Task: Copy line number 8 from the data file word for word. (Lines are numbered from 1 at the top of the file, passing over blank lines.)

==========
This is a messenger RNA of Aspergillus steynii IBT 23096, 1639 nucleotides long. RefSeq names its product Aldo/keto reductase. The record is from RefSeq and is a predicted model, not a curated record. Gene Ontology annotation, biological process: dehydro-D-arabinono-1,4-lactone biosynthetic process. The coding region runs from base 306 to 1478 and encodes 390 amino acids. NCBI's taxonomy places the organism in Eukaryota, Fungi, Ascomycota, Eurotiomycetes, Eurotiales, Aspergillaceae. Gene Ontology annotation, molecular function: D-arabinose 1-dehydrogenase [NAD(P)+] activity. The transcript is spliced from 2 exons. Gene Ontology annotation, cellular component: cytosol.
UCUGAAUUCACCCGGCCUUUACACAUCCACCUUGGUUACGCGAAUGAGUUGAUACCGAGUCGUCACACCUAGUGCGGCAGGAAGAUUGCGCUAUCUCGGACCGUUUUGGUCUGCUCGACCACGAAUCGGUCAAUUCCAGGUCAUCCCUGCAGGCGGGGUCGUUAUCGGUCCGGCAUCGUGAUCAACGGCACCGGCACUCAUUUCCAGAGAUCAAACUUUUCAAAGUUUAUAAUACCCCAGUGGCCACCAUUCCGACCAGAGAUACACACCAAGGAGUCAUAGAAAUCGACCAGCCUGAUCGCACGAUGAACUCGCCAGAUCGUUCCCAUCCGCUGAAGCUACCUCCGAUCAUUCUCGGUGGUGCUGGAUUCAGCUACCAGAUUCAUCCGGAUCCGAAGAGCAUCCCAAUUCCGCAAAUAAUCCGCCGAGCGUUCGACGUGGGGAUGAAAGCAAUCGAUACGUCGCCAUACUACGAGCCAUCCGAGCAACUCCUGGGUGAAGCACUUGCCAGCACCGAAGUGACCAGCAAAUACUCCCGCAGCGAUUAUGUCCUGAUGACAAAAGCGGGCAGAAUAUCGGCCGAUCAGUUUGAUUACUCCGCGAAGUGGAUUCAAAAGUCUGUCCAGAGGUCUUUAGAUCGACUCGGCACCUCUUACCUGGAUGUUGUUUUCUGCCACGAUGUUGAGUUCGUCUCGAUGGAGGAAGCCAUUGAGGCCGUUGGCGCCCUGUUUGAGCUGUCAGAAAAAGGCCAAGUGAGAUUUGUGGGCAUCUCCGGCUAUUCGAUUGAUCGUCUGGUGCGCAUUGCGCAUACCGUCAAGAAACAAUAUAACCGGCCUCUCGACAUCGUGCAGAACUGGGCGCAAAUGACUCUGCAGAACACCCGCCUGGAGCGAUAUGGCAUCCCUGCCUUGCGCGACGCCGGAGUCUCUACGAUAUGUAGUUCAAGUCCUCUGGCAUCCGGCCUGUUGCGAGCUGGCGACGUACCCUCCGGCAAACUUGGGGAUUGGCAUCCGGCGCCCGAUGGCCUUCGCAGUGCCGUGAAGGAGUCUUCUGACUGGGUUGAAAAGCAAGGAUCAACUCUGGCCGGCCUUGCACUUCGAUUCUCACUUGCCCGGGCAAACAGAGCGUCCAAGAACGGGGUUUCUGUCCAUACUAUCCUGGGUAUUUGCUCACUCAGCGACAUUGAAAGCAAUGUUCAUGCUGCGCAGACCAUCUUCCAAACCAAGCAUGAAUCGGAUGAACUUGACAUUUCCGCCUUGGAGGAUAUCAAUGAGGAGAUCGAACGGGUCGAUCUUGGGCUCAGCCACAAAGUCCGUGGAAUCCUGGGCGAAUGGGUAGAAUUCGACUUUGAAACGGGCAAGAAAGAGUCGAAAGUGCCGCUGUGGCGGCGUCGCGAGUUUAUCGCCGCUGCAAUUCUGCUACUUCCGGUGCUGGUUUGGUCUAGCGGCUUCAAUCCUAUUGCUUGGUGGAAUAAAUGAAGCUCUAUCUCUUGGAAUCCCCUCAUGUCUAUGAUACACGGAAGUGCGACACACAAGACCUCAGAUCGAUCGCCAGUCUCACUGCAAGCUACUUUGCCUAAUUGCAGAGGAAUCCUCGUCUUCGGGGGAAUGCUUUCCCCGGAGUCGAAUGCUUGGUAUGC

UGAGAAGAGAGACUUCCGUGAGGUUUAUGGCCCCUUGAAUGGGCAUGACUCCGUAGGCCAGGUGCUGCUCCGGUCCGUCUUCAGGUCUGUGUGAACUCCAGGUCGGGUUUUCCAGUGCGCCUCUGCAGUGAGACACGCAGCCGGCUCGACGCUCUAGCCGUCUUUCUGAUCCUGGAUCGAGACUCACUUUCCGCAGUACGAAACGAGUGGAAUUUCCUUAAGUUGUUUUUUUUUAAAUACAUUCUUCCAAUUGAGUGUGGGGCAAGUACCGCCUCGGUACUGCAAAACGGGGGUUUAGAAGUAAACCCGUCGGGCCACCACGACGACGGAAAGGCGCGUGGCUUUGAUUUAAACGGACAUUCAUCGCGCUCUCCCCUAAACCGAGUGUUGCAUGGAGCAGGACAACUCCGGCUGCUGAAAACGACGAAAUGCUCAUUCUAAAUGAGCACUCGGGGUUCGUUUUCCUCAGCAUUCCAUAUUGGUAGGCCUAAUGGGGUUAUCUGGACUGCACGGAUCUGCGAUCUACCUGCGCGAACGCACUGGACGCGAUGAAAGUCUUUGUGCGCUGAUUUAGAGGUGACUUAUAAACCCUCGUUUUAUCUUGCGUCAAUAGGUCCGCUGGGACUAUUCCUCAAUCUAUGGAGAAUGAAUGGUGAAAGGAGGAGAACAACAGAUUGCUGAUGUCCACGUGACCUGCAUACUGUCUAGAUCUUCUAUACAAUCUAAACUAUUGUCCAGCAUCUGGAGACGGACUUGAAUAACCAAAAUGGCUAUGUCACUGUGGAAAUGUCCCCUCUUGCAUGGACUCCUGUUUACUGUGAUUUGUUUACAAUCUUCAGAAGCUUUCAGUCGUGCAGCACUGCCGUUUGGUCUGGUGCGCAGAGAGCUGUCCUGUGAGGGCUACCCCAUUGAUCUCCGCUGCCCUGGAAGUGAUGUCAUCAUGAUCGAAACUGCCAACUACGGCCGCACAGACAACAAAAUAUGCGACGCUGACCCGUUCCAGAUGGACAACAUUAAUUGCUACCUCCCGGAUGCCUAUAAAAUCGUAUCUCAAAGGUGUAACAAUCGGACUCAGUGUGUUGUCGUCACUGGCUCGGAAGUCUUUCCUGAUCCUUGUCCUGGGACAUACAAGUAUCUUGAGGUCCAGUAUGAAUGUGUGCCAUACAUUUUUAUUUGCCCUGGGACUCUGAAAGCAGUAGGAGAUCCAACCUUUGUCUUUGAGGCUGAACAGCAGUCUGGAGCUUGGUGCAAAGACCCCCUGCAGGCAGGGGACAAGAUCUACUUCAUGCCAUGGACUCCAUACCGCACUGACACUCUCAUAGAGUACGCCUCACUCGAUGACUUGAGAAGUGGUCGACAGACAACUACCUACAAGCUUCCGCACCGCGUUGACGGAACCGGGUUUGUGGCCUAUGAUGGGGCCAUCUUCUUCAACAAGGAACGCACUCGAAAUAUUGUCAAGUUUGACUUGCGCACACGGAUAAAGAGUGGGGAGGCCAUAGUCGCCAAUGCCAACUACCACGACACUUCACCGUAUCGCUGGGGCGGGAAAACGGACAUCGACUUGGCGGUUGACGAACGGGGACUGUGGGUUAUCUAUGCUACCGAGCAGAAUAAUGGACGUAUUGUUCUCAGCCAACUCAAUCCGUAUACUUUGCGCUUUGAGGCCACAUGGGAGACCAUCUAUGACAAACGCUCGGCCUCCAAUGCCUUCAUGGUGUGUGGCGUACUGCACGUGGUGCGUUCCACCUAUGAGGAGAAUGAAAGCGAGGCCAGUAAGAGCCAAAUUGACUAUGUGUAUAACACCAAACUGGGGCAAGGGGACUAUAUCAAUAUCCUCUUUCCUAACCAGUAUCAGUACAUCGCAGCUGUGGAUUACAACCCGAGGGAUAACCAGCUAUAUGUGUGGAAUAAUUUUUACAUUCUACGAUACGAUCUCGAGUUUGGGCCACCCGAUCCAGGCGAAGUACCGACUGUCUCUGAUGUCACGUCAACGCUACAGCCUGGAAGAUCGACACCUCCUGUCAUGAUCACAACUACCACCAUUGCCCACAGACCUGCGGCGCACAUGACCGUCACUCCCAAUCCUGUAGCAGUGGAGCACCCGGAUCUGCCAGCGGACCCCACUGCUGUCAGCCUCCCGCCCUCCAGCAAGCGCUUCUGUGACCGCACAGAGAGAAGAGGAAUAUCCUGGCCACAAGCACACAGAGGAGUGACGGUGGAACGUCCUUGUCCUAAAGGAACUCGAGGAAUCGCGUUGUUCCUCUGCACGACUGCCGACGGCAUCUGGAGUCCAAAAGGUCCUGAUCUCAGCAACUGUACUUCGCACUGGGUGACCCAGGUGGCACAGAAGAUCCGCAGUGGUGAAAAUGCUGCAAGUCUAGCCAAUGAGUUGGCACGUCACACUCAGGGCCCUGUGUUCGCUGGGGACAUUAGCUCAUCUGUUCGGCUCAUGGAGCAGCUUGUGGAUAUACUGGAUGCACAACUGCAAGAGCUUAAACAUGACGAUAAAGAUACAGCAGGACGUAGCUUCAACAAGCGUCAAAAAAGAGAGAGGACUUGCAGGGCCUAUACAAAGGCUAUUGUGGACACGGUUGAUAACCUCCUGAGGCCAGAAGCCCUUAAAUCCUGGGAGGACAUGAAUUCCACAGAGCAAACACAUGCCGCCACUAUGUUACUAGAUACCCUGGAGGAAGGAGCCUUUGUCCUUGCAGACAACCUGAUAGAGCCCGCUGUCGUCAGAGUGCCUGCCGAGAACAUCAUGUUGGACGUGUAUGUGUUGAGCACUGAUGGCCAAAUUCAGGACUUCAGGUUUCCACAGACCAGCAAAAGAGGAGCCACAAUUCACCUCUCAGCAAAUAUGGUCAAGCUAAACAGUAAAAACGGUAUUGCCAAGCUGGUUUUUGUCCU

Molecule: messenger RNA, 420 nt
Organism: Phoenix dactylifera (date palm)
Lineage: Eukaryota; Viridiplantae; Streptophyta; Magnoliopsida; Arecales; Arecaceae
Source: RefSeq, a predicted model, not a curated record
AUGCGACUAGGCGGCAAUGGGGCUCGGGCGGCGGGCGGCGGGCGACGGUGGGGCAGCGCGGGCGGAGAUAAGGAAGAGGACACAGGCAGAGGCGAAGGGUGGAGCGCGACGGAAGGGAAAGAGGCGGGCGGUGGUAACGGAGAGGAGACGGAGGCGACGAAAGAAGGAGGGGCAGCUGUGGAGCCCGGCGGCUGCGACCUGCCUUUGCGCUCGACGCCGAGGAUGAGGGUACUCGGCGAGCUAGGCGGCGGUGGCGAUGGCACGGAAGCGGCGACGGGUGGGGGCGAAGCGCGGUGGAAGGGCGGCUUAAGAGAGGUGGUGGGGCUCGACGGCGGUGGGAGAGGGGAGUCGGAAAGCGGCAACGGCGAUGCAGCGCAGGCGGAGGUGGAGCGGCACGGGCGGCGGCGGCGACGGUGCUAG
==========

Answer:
AUGCGACUAGGCGGCAAUGGGGCUCGGGCGGCGGGCGGCGGGCGACGGUGGGGCAGCGCGGGCGGAGAUAAGGAAGAGGACACAGGCAGAGGCGAAGGGUGGAGCGCGACGGAAGGGAAAGAGGCGGGCGGUGGUAACGGAGAGGAGACGGAGGCGACGAAAGAAGGAGGGGCAGCUGUGGAGCCCGGCGGCUGCGACCUGCCUUUGCGCUCGACGCCGAGGAUGAGGGUACUCGGCGAGCUAGGCGGCGGUGGCGAUGGCACGGAAGCGGCGACGGGUGGGGGCGAAGCGCGGUGGAAGGGCGGCUUAAGAGAGGUGGUGGGGCUCGACGGCGGUGGGAGAGGGGAGUCGGAAAGCGGCAACGGCGAUGCAGCGCAGGCGGAGGUGGAGCGGCACGGGCGGCGGCGGCGACGGUGCUAG